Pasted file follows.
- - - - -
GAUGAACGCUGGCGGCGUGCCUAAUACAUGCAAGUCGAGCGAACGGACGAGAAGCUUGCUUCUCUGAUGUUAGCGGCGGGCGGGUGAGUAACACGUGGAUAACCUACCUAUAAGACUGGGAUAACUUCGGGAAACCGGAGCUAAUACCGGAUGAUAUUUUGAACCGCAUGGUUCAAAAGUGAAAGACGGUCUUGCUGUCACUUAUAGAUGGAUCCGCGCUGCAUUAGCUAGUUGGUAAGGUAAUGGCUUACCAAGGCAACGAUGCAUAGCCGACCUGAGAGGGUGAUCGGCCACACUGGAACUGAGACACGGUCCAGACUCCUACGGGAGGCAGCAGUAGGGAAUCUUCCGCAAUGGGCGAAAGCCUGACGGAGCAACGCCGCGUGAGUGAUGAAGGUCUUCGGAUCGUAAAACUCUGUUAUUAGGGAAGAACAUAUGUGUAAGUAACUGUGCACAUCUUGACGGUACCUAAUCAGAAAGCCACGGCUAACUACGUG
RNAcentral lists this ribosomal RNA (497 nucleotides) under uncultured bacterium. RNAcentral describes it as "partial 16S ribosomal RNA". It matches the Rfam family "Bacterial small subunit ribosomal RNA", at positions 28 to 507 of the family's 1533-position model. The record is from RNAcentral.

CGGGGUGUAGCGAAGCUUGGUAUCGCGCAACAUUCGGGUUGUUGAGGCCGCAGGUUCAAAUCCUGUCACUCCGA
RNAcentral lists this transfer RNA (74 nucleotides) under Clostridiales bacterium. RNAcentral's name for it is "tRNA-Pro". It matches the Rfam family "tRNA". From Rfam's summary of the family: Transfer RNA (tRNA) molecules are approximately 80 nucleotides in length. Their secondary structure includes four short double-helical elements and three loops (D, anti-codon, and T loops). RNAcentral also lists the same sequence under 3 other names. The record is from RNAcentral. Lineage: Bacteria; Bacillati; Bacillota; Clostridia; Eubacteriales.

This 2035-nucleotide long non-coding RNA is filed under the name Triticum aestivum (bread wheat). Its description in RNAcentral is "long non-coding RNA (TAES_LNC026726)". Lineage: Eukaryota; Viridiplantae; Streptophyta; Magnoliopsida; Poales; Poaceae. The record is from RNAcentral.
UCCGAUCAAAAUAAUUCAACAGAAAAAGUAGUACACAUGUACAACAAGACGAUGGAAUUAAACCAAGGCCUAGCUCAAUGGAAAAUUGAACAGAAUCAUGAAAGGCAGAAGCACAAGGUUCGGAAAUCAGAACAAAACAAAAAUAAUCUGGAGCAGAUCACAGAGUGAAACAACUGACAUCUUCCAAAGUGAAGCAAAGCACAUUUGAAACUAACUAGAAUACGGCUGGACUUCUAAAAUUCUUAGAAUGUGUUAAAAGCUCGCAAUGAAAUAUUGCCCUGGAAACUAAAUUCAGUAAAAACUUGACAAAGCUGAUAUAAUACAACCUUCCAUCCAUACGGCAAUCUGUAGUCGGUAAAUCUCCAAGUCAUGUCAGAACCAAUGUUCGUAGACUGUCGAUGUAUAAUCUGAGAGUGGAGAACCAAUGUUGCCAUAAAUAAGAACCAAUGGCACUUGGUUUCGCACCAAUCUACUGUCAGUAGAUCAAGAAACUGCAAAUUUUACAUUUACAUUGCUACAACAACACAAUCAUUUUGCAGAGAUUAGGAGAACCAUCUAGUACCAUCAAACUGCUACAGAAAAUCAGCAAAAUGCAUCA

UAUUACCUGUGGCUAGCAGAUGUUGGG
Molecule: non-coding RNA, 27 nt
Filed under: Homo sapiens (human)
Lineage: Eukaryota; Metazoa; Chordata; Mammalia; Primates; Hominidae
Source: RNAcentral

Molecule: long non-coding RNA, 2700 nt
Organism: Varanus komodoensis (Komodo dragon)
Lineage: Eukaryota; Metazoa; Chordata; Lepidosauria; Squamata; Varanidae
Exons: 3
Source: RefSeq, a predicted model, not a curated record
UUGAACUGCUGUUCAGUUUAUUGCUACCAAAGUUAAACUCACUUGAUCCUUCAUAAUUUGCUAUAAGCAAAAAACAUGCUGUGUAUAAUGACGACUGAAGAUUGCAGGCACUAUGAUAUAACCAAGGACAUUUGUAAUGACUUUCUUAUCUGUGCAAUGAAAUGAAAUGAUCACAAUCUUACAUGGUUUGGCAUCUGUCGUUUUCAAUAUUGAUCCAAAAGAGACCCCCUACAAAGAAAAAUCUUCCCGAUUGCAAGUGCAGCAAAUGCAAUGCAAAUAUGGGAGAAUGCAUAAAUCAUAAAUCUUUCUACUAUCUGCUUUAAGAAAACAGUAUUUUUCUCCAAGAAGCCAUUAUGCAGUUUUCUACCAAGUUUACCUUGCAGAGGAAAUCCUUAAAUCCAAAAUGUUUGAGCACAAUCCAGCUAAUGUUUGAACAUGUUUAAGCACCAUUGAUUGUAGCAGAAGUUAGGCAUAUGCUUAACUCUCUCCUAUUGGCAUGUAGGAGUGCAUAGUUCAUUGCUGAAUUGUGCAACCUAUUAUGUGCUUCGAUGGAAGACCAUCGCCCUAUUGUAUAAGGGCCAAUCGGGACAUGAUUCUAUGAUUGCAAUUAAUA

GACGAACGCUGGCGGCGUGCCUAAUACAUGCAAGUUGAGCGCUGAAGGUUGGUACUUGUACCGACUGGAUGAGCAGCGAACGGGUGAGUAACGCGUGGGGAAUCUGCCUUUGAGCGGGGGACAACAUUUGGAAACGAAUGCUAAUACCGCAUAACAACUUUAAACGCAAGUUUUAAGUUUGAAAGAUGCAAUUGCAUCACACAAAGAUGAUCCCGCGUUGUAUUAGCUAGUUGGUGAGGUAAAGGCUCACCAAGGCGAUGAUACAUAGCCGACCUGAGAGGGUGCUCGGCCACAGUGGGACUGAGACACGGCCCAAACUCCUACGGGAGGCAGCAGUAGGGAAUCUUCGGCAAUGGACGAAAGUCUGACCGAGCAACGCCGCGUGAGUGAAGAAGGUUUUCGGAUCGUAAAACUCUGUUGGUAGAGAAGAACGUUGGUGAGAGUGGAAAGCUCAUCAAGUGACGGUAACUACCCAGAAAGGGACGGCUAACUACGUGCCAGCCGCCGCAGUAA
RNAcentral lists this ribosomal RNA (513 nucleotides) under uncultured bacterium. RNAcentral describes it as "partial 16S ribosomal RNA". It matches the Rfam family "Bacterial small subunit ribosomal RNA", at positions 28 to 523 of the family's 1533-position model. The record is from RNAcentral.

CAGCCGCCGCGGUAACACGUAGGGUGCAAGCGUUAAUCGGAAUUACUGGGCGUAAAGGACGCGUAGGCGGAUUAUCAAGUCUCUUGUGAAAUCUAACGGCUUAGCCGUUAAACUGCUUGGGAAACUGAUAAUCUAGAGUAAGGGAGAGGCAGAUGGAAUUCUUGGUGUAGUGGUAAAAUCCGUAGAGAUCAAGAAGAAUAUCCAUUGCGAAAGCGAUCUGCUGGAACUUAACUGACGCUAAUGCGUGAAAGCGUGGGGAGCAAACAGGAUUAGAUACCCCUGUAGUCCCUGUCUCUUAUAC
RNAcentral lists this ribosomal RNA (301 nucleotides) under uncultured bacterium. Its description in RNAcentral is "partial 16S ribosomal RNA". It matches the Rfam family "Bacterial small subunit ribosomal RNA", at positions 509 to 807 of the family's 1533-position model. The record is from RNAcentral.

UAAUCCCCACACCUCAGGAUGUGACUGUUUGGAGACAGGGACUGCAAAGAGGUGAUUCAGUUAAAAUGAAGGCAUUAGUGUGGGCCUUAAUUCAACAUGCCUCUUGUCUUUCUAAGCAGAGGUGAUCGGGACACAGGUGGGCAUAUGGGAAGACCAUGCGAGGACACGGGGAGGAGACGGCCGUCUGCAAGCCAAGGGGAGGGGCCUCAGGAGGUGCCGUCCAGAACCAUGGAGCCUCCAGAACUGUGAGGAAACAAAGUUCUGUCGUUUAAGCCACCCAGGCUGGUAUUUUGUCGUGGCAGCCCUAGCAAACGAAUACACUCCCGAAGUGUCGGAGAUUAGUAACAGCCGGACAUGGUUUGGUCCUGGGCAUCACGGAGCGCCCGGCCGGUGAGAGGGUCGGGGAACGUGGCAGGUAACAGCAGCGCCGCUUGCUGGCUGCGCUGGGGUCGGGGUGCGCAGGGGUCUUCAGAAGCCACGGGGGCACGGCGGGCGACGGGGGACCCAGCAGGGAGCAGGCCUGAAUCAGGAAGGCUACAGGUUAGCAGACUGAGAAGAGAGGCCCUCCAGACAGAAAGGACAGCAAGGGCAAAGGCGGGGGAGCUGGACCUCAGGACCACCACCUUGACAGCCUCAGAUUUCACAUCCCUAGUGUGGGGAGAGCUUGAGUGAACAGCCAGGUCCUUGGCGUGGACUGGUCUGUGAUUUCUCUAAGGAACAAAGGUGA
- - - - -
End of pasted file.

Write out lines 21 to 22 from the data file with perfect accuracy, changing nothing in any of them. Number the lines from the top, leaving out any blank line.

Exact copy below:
RNAcentral lists this ribosomal RNA (301 nucleotides) under uncultured bacterium. Its description in RNAcentral is "partial 16S ribosomal RNA". It matches the Rfam family "Bacterial small subunit ribosomal RNA", at positions 509 to 807 of the family's 1533-position model. The record is from RNAcentral.

UAAUCCCCACACCUCAGGAUGUGACUGUUUGGAGACAGGGACUGCAAAGAGGUGAUUCAGUUAAAAUGAAGGCAUUAGUGUGGGCCUUAAUUCAACAUGCCUCUUGUCUUUCUAAGCAGAGGUGAUCGGGACACAGGUGGGCAUAUGGGAAGACCAUGCGAGGACACGGGGAGGAGACGGCCGUCUGCAAGCCAAGGGGAGGGGCCUCAGGAGGUGCCGUCCAGAACCAUGGAGCCUCCAGAACUGUGAGGAAACAAAGUUCUGUCGUUUAAGCCACCCAGGCUGGUAUUUUGUCGUGGCAGCCCUAGCAAACGAAUACACUCCCGAAGUGUCGGAGAUUAGUAACAGCCGGACAUGGUUUGGUCCUGGGCAUCACGGAGCGCCCGGCCGGUGAGAGGGUCGGGGAACGUGGCAGGUAACAGCAGCGCCGCUUGCUGGCUGCGCUGGGGUCGGGGUGCGCAGGGGUCUUCAGAAGCCACGGGGGCACGGCGGGCGACGGGGGACCCAGCAGGGAGCAGGCCUGAAUCAGGAAGGCUACAGGUUAGCAGACUGAGAAGAGAGGCCCUCCAGACAGAAAGGACAGCAAGGGCAAAGGCGGGGGAGCUGGACCUCAGGACCACCACCUUGACAGCCUCAGAUUUCACAUCCCUAGUGUGGGGAGAGCUUGAGUGAACAGCCAGGUCCUUGGCGUGGACUGGUCUGUGAUUUCUCUAAGGAACAAAGGUGA